A lawsuit filed against the Village of Great Neck regarding LED lights will not be dismissed, a Nassau County Supreme Court judge wrote on Wednesday, ordering the two parties to meet for a preliminary conference.
Acting Nassau County Supreme Court Justice Denise Sher said that while Youngblood’s claims of “trespass” related to the LED light shining near her home will not move forward, as lights are typically deemed “intangible intrusions,” there can be an argument for “private nuisance.”
“….The Court finds that plaintiff has stated causes of action against defendants that fall within a cognizable legal theory for private nuisance, New York Public Buildings Law 143(2)(a), fraud, permanent injunction and 42 U.S.C.A. S 1983,” Sher wrote in her court order. “Plaintiff has failed to state a cause of action for trespass.”
Sher further ordered that both parties attend a preliminary conference on Oct. 1 to schedule discovery proceedings.
A discovery proceeding is a pre-trial procedure where parties “ask each other to produce documents, sit for a deposition or answer formal written questions,” according to the Reporters Committee for Freedom of the Press.
While it is a pre-trial procedure, the case is not guaranteed to go to trial as a defendant can appeal the denial or move for the judge to reconsider.
Sher also declined to issue a preliminary injunction on the LED light.
Judith Youngblood, a Colgate Road resident, had sued the Village of Great Neck and its Board of Trustees for nearly $1 million on Feb. 7 and sought to get an injunction against a LED light fixture being installed and active within 200 feet of her home.
Court documents filed by Tamara Harris, her attorney, allege the defendants “engaged in an intentional misrepresentation of material existing fact” by saying the lights could be shielded and would not be excessively bright, and that Youngblood did not realize it before the installation of lights near her home on Dec. 8.
The papers also argue that the harm from the lights deprived Youngblood of the use of her property without due process, as guaranteed by the 14th Amendment of the U.S. Constitution.
Harris was not immediately available for comment on Friday.
Andrew Preston of Bee, Ready, Fishbein, Hatter & Donovan LLP, who is representing the village, had filed documents trying to dismiss the case.
In court papers, Preston argued that it is the village’s core mission to “preserve the safety and welfare of village residents and visitors” and that the Court of Appeals “has recognized the self-evident proposition that government should not be prohibited from performing its core missions.”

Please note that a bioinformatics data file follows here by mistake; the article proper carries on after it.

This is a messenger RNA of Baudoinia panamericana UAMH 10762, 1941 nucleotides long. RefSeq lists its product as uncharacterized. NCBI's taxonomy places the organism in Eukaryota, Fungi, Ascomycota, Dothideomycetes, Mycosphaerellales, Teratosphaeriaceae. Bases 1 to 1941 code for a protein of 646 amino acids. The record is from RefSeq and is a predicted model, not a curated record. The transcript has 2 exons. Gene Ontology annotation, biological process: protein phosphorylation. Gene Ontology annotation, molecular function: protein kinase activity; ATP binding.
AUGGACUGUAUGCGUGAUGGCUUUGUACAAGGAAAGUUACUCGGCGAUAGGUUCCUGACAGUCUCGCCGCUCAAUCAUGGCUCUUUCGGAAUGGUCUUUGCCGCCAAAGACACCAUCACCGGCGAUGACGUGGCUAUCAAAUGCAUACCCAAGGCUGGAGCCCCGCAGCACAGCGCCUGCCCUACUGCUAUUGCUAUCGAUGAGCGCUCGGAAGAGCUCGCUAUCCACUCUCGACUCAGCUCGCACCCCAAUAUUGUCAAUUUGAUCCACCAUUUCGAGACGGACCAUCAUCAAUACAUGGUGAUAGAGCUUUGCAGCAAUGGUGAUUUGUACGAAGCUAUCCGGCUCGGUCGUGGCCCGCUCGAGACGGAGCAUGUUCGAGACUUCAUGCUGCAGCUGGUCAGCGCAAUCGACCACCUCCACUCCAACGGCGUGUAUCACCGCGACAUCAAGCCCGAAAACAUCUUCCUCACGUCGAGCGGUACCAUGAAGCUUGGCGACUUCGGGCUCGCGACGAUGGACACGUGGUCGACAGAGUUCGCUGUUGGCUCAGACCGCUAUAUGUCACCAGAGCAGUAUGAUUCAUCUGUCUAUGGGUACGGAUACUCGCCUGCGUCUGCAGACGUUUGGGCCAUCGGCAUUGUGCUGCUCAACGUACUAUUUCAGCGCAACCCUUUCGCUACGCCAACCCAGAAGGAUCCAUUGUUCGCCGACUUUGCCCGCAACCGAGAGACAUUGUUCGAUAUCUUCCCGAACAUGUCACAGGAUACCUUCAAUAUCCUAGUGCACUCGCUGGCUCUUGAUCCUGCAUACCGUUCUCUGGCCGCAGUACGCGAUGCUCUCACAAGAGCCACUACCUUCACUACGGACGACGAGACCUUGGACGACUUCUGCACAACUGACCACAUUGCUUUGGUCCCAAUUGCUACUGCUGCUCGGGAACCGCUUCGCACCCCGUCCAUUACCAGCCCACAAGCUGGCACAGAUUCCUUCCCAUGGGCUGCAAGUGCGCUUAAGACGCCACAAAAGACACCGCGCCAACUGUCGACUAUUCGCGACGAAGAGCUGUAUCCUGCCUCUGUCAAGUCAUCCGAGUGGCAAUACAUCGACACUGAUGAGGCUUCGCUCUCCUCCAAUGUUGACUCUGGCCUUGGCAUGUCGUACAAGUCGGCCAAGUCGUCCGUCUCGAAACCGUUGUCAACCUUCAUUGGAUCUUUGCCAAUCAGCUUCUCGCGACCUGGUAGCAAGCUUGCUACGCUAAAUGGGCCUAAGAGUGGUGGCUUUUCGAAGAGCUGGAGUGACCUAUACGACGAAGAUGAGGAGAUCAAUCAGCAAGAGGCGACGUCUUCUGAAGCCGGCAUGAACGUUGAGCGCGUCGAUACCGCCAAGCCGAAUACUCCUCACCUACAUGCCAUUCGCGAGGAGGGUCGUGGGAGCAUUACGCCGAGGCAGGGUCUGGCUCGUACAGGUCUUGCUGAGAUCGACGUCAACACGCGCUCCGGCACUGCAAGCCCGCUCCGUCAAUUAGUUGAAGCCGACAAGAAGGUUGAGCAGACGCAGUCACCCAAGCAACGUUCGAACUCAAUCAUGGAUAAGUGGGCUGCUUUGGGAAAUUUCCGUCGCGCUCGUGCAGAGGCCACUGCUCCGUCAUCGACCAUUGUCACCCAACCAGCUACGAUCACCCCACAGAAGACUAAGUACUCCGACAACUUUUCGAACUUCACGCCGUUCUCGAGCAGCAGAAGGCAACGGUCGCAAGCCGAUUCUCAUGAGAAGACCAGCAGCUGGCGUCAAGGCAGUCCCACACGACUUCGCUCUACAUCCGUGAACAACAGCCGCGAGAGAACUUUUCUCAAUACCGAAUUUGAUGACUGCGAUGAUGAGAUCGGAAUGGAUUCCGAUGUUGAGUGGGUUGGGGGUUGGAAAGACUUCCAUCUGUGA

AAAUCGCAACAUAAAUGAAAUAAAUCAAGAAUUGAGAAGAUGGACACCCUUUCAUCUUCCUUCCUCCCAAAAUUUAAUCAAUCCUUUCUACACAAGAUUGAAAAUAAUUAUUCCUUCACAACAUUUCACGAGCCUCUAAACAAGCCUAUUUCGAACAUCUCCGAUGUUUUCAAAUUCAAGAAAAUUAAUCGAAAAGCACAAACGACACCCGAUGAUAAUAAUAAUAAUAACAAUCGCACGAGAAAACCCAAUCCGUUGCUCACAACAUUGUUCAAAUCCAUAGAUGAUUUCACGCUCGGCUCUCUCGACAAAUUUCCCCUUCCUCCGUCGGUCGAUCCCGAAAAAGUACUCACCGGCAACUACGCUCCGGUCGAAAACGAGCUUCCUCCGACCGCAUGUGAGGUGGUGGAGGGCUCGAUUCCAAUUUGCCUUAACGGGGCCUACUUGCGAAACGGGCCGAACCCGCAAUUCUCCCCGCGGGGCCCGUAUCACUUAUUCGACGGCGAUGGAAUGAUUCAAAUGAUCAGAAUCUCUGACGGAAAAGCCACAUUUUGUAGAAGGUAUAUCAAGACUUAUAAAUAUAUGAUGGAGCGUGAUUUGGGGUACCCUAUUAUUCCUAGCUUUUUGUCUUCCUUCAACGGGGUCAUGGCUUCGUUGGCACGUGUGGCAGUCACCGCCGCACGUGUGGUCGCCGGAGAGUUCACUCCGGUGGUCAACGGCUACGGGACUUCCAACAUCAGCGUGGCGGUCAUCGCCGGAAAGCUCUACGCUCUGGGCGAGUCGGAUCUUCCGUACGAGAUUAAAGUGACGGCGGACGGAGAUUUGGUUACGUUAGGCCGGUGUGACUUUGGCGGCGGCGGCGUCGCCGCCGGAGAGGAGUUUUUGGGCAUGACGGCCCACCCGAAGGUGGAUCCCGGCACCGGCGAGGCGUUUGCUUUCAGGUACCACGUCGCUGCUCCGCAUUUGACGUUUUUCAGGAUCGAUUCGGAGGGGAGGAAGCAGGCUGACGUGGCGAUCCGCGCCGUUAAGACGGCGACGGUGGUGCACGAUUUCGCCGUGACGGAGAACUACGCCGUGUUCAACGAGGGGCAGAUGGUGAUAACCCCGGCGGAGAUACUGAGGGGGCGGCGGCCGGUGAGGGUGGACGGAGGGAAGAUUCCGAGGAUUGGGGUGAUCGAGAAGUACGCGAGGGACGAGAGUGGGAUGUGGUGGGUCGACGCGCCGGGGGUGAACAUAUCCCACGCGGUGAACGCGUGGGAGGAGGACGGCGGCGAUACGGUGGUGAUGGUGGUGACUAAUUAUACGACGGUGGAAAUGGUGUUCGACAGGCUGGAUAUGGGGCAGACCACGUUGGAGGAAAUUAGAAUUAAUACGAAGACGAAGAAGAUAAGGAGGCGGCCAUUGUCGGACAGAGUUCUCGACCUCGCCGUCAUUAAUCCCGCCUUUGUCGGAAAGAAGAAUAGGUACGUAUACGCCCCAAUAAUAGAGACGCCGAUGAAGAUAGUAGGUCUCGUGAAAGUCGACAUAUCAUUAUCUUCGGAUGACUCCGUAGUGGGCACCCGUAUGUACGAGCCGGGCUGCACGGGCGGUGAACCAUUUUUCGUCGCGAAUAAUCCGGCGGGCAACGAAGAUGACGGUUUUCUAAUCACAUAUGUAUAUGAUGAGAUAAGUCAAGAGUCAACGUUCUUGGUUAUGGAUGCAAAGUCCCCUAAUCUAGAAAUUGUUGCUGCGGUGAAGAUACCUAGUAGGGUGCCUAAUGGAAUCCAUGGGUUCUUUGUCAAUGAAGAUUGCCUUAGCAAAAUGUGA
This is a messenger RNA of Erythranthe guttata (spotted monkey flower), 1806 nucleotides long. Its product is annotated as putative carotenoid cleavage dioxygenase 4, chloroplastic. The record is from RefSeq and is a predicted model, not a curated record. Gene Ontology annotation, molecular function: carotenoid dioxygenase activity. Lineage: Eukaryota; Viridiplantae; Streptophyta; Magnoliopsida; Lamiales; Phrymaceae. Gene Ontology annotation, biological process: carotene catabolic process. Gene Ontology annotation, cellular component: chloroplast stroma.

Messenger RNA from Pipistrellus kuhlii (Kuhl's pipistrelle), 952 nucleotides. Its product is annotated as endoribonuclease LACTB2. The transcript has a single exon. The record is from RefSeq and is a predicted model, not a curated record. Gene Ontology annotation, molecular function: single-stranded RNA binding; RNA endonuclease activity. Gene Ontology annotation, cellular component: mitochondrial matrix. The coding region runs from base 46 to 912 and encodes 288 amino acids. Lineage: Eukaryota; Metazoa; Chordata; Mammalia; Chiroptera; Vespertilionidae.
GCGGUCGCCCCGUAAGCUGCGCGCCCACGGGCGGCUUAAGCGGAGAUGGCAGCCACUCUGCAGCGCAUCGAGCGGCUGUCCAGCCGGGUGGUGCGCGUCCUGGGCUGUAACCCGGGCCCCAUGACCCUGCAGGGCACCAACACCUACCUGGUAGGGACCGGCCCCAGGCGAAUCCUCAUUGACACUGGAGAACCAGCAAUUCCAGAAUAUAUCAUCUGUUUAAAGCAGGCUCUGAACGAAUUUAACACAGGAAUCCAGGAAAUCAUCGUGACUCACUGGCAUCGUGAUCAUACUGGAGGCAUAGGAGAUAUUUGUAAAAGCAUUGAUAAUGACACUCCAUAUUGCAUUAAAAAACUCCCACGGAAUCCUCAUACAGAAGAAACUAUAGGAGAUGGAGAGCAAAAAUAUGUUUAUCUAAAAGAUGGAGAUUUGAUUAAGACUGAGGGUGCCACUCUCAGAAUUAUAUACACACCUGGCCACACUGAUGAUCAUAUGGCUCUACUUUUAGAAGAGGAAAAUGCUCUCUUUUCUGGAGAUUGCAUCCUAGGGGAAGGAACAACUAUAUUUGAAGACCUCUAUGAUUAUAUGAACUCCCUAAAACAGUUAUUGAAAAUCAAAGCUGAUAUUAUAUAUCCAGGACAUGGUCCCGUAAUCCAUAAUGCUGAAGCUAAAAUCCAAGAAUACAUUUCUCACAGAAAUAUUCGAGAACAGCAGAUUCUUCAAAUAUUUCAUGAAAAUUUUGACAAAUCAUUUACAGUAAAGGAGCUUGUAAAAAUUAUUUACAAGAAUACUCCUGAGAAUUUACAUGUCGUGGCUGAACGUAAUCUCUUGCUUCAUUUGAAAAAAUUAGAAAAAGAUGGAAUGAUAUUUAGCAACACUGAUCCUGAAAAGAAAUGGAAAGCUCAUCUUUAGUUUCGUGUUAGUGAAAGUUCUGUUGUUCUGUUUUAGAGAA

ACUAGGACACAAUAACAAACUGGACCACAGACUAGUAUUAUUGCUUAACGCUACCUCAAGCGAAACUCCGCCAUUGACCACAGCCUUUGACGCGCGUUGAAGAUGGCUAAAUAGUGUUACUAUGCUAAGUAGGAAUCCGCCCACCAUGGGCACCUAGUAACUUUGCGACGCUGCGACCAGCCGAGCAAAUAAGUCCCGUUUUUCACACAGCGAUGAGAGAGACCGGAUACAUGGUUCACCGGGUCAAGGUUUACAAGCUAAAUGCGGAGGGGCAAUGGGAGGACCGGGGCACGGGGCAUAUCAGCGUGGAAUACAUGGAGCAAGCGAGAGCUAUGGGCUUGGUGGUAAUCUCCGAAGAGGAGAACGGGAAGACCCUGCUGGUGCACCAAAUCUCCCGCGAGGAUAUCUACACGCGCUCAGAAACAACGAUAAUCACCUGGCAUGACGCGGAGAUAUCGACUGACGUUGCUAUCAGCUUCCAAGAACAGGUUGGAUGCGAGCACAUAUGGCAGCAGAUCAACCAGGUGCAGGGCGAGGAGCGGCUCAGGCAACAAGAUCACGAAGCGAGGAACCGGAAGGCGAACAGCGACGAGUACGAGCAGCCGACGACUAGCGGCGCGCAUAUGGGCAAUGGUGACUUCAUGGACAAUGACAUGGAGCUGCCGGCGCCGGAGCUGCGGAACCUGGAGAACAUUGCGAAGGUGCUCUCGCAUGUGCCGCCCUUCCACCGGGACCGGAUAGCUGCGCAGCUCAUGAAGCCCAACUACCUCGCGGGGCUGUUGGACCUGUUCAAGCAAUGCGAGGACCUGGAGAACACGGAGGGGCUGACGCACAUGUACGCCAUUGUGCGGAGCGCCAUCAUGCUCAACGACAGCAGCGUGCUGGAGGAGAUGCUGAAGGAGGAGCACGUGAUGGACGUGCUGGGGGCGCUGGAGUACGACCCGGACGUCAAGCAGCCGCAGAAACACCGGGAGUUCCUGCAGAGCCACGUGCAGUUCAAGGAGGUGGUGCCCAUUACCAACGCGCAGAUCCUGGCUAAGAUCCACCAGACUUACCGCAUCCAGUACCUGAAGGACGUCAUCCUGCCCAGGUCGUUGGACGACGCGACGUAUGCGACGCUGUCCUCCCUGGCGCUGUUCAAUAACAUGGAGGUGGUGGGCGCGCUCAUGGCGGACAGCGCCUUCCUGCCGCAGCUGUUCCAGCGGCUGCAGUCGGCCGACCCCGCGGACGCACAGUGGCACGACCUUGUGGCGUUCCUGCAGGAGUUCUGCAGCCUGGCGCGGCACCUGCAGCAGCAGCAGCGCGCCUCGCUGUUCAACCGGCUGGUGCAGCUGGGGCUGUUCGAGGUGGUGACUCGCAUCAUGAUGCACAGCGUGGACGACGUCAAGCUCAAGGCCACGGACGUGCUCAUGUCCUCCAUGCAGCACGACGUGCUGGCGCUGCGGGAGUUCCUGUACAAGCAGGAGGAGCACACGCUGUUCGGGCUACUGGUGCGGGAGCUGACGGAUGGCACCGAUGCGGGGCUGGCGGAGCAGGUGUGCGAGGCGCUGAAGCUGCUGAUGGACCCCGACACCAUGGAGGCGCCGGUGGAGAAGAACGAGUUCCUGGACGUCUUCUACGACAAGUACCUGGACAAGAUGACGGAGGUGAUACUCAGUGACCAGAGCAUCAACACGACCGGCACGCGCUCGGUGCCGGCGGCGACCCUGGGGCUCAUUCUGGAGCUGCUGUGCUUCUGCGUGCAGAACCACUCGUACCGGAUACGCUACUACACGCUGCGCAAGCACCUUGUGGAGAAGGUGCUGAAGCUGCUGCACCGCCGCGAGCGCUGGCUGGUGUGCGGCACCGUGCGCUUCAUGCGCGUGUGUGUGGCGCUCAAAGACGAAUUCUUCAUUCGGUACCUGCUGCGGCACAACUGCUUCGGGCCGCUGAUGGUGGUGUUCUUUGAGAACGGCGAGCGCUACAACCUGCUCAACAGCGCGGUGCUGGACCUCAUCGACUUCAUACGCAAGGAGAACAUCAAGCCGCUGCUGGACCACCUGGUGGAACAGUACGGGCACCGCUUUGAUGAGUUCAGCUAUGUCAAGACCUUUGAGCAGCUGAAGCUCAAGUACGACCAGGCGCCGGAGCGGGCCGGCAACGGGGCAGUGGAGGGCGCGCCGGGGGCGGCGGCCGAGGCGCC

Preston also said a street lamp is “not a substantial interference,” nor is it “unreasonable in character,” and that if the village was mandated to turn off individual streetlights, it could create “an unsafe condition to the general public and expose the Village to further tort liability.”
Preston also notes that the individual defendants have “absolute legislative immunity” and thus should be dismissed from the case.
When asked for comment, Preston said, “The village does not comment on pending litigation.”
The case followed the village’s installation of more than 800 street fixtures with LED bulbs, following presentations and public hearings. Officials have previously described the installation as a way to improve safety, replace failing lights, and reduce energy costs.
According to the American Medical Association, some LED lights emits high amounts of blue light that appears white and can, in turn, create nighttime glare, suppress melatonin at night, and affect the circadian rhythm.
Among is recommendations are minimizing blue right light, shielding fixtures, and using 3,000K lights and lower.
The Illuminating Engineering Society agrees with the importance of properly installing LED lights with “proper optics and shielding to reduce glare and light trespass.”
The society, however, argues that the 3,000 K threshold is not based on science and that “melanopic content” should be measured instead before conclusions are made.